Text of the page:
KHN Morning Briefing

Summaries of health policy coverage from major news organizations

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Likely On Way Out, FDA Chief Defends Drug Effectiveness

Elsewhere, fewer drugs were approved this year, critics worry the 21st Century Cures Act could make patients more vulnerable and insurers change how they pay for insulin after higher prices.

The Washington Post: The Head Of The FDA Defends The Importance Of Drug Effectiveness
First things first: Food and Drug Commissioner Robert Califf says that he has not had any contact with the Trump transition team. That's the latest sign that the cardiologist, confirmed as FDA chief less than a year ago, will be heading back to Durham, N.C., where he's on leave from Duke University. Still, he has no regrets: “Everyone who knows me knows I have just had fun every day on the job,” he said in an interview. (McGinley, 12/29)

Stat: FDA Drug Approvals Plummeted This Year, But 2017 Is Looking Rosier
Among the many stats that illustrate the biopharma industry’s rough and tumble 2016, new drug approvals fell to their lowest total in nearly a decade after a booming few years. What happened? If you ask the Food and Drug Administration, drug makers got a little worse at their jobs, and the agency got better at its own. But some analysts say it’s likely just a calendar-related blip that should give way to a more profligate 2017 and beyond. (Garde, 12/30)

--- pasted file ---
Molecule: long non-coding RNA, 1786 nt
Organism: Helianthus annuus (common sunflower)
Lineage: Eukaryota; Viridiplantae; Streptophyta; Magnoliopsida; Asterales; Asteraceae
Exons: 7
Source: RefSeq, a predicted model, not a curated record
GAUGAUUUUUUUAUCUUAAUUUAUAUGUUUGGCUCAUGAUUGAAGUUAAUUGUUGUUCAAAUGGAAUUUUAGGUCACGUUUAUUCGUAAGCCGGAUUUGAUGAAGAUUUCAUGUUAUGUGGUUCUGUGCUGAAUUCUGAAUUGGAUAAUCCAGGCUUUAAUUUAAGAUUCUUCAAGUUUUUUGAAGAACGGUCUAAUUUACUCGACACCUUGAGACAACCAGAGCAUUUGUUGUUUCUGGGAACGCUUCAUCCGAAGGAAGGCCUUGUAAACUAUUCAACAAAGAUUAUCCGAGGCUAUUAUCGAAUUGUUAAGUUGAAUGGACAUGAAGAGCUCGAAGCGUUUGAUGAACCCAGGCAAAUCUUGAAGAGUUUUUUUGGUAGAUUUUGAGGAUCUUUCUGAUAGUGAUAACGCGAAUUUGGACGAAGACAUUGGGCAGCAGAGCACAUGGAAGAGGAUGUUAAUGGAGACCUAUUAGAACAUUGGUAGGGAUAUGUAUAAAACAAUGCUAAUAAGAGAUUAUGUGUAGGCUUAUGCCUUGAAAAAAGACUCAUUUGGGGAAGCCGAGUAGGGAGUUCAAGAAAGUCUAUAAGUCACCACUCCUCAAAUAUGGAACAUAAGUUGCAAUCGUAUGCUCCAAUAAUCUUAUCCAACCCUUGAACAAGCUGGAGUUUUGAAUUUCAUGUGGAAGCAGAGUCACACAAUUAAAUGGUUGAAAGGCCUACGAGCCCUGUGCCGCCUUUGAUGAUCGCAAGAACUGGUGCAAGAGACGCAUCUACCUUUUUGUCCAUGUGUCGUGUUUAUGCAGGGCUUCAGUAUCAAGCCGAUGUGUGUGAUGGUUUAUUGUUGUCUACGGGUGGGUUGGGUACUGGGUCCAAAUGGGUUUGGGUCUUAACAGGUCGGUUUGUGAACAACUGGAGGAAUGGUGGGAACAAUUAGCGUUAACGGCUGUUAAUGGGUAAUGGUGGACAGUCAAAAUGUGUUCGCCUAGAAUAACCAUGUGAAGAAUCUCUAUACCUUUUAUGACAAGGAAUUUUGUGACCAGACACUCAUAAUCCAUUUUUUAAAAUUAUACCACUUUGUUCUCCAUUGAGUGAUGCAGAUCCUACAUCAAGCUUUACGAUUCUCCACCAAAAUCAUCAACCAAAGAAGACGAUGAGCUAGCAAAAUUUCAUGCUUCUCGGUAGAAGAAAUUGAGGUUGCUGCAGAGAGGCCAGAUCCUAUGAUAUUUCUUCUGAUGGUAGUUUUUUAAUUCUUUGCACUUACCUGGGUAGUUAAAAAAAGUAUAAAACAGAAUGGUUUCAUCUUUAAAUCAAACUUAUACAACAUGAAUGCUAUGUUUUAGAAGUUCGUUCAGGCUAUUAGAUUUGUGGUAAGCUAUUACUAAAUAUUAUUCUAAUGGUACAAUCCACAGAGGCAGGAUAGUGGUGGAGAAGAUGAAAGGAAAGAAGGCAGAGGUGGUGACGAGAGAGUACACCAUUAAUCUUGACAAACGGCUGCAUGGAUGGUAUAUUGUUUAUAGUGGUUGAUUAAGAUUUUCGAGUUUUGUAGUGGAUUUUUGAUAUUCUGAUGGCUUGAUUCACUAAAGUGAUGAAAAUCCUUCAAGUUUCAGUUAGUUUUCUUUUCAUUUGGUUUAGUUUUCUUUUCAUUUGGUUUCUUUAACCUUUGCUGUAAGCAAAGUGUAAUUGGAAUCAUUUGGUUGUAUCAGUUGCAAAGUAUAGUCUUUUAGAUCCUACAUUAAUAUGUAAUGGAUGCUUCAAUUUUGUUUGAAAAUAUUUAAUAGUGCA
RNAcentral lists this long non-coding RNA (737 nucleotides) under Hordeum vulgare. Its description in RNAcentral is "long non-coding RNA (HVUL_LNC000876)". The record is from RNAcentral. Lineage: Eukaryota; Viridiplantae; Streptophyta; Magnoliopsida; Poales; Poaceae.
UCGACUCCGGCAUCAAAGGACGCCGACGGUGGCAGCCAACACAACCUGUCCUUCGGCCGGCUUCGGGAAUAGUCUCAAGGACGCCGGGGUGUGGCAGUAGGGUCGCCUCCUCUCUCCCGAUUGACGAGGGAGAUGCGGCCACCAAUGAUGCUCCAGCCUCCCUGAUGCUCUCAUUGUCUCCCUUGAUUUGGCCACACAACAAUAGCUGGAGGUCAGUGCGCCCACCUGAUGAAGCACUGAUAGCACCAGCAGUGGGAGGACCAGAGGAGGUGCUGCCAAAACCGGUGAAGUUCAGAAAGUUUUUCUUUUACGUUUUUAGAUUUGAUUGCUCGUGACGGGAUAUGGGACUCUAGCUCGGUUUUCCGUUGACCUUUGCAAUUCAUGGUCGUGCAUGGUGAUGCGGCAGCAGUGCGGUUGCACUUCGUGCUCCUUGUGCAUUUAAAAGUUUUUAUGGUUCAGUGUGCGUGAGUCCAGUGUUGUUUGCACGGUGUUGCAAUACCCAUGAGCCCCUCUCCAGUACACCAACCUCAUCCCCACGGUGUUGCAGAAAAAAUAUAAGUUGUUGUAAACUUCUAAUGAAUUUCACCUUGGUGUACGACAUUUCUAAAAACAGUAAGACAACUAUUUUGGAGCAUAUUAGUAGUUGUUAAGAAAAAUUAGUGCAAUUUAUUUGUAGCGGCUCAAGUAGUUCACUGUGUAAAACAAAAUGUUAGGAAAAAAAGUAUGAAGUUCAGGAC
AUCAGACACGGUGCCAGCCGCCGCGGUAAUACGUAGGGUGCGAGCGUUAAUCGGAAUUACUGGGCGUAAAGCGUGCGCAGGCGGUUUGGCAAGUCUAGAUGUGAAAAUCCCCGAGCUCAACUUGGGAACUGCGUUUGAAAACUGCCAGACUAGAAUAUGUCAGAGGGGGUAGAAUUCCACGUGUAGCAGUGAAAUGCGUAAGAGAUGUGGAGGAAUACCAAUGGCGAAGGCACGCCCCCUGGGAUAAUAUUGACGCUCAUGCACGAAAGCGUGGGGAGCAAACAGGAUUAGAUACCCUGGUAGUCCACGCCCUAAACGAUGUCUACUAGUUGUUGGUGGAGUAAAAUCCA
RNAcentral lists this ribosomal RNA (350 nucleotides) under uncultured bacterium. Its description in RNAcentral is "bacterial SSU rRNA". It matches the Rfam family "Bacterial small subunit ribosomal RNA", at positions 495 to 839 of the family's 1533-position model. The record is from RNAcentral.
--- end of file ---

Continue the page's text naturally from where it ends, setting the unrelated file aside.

USA Today: Soaring Insulin Prices Prompt Insurance Shift
Many parents of diabetic children and adults suffering with type 1 or type 2 diabetes are bracing for changes in insurance coverage of their insulin next year, as prices of the vital medication continue to soar. Higher insurance deductibles and changes in the prescription brands covered by some insurers are raising concerns among some people with diabetes. (O'Donnell, 1/2)

Stat: Whistleblower's Off-Label Marketing Suit Against Celgene Can Proceed To Trial, Judge Rules
A federal judge in California has ruled that a multi-billion dollar whistleblower case against biotech giant Celgene Corp. can proceed to a jury trial. The case alleges that Celgene marketed two drugs for unapproved uses, causing the government to pay for hundreds of thousands of “off-label” prescriptions. In an opinion issued Wednesday night, Judge George H. King, of the Central District of California, wrote that former employee Beverly Brown had provided solid evidence to support her claim that Celgene promoted Thalomid and Revlimid for use in cancer patients. The FDA had approved the drugs only for other purposes, and the company was not permitted to pitch it to doctors for unapproved, or off-label, uses. (Kaplan, 12/29)

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